Ban on type of net cannot be enforced - Gilmore

 

THE ban on monofilament net for salmon has cost the State some £100 million and is unenforceable, the Minister of State for the Marine has said.

Legalisation of its use is "not a capitulation to lawlessness", Mr Eamon Gilmore argued, defending his decision to lift the ban on the netting from next year.

In a wide ranging statement to the Central Fisheries Board outlining his position on the issue, he expressed "surprise" that criticisms of his task force report on salmon have focused exclusively on the monofilament recommendation, and that these critics have ignored other recommendations aimed at restricting the salmon driftnet fishery.

These other measures include postponing the opening of the driftnetting season from as early as February 15th in some districts to June 1st in all districts; limiting the fishery to four days a week instead of five; restricting driftnetting to daylight only; and banning it outside the six mile limit.

The new regime will be simpler for the regional fisheries boards to enforce and will dramatically improve exploitation, Mr Gilmore told the board at a function in Limerick. While aware of the reservations expressed about the task force report in certain quarters, the Minister said he was convinced that implementation should go ahead next year, but with some amendments.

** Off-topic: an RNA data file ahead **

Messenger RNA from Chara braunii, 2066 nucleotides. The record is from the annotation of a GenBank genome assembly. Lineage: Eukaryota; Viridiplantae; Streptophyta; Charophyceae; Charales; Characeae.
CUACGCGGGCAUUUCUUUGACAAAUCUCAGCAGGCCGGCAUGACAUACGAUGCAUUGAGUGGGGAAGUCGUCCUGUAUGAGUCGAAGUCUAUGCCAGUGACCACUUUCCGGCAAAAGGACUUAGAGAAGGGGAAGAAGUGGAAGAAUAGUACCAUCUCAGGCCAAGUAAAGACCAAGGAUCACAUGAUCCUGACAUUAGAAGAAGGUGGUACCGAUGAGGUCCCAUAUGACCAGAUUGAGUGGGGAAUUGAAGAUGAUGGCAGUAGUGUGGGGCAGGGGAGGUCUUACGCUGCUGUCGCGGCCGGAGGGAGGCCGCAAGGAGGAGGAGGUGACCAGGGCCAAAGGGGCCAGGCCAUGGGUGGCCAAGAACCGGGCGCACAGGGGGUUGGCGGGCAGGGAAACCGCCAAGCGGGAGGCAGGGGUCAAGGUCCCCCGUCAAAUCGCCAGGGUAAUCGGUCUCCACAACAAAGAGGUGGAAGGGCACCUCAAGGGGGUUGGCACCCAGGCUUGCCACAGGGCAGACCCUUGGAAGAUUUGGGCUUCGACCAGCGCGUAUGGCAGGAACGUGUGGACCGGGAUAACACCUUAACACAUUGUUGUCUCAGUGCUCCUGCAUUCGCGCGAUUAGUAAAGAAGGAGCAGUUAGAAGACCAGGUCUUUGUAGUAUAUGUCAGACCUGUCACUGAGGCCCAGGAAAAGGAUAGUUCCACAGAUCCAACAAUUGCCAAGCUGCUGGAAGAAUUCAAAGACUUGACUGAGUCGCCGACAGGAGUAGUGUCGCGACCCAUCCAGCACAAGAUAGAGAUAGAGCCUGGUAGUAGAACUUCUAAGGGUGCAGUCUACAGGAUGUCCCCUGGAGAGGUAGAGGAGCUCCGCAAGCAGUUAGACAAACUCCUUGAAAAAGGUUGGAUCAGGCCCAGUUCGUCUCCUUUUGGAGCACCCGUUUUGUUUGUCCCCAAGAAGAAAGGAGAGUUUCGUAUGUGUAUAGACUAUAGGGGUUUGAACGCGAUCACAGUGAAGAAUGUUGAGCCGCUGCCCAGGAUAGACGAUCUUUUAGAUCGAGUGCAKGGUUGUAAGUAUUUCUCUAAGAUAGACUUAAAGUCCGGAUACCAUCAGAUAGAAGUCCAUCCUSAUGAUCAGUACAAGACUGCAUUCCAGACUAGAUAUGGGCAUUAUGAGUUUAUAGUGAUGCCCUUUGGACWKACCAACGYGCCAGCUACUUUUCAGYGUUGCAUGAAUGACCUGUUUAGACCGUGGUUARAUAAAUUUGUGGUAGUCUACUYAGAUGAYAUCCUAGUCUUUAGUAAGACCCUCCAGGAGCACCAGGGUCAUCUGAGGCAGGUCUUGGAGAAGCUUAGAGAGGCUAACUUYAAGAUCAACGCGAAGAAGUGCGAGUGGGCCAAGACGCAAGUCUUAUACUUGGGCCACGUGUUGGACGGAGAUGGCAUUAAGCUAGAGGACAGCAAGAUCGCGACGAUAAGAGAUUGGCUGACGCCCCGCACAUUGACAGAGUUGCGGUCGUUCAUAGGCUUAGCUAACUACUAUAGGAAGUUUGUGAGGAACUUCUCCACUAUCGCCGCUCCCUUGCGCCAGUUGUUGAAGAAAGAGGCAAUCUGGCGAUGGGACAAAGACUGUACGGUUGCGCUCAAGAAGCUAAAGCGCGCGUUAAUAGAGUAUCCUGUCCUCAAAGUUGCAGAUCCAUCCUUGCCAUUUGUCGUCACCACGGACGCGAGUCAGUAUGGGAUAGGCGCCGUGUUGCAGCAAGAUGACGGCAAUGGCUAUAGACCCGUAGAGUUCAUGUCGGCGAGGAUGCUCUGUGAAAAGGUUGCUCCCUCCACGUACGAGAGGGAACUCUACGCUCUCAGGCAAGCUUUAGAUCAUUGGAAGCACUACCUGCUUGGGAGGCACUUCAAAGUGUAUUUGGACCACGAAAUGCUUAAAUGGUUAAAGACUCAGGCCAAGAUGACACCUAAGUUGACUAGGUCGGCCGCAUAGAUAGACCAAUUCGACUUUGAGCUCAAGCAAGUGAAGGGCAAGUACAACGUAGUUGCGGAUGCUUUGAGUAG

For instance, the new regulations on daylight hours only will not be applied to estuarial draftnets, or to the snap net sectors. The proposed ban on the sale of rod caught fish, as an alternative to imposing quotas and tagging on the recreational fishery, will not be implemented at this stage.

The Minister of State said he had already signed the ministerial order reducing next year's maximum allocated level of driftnet licences from 847 to 773.

The Federation of Irish Salmon and Sea Trout Anglers (FISSTA), said it broadly supported the Minister's initiative on salmon, which it described as "very courageous".

Mr Richard Behal, FISSTA general treasurer and delegate to the North Atlantic Salmon Conservation Organisation (NASCO), said the association still reserved its position on retaining the driftnet ban and on use of other types of netting for salmon. However, it was in favour of many of the other recommendations and welcomed the appointment of a Naval Service officer, as a protection co ordinator with the Central Fisheries.

Mr Frank Coyle of the Irish Fishermen's Organisation (IFO) also said it broadly favoured the initiative, particularly the recognition that legal driftnetting was not the only, and might not even be the main, cause of the perceived decline in salmon stocks. This was of "real assistance" to coastal communities.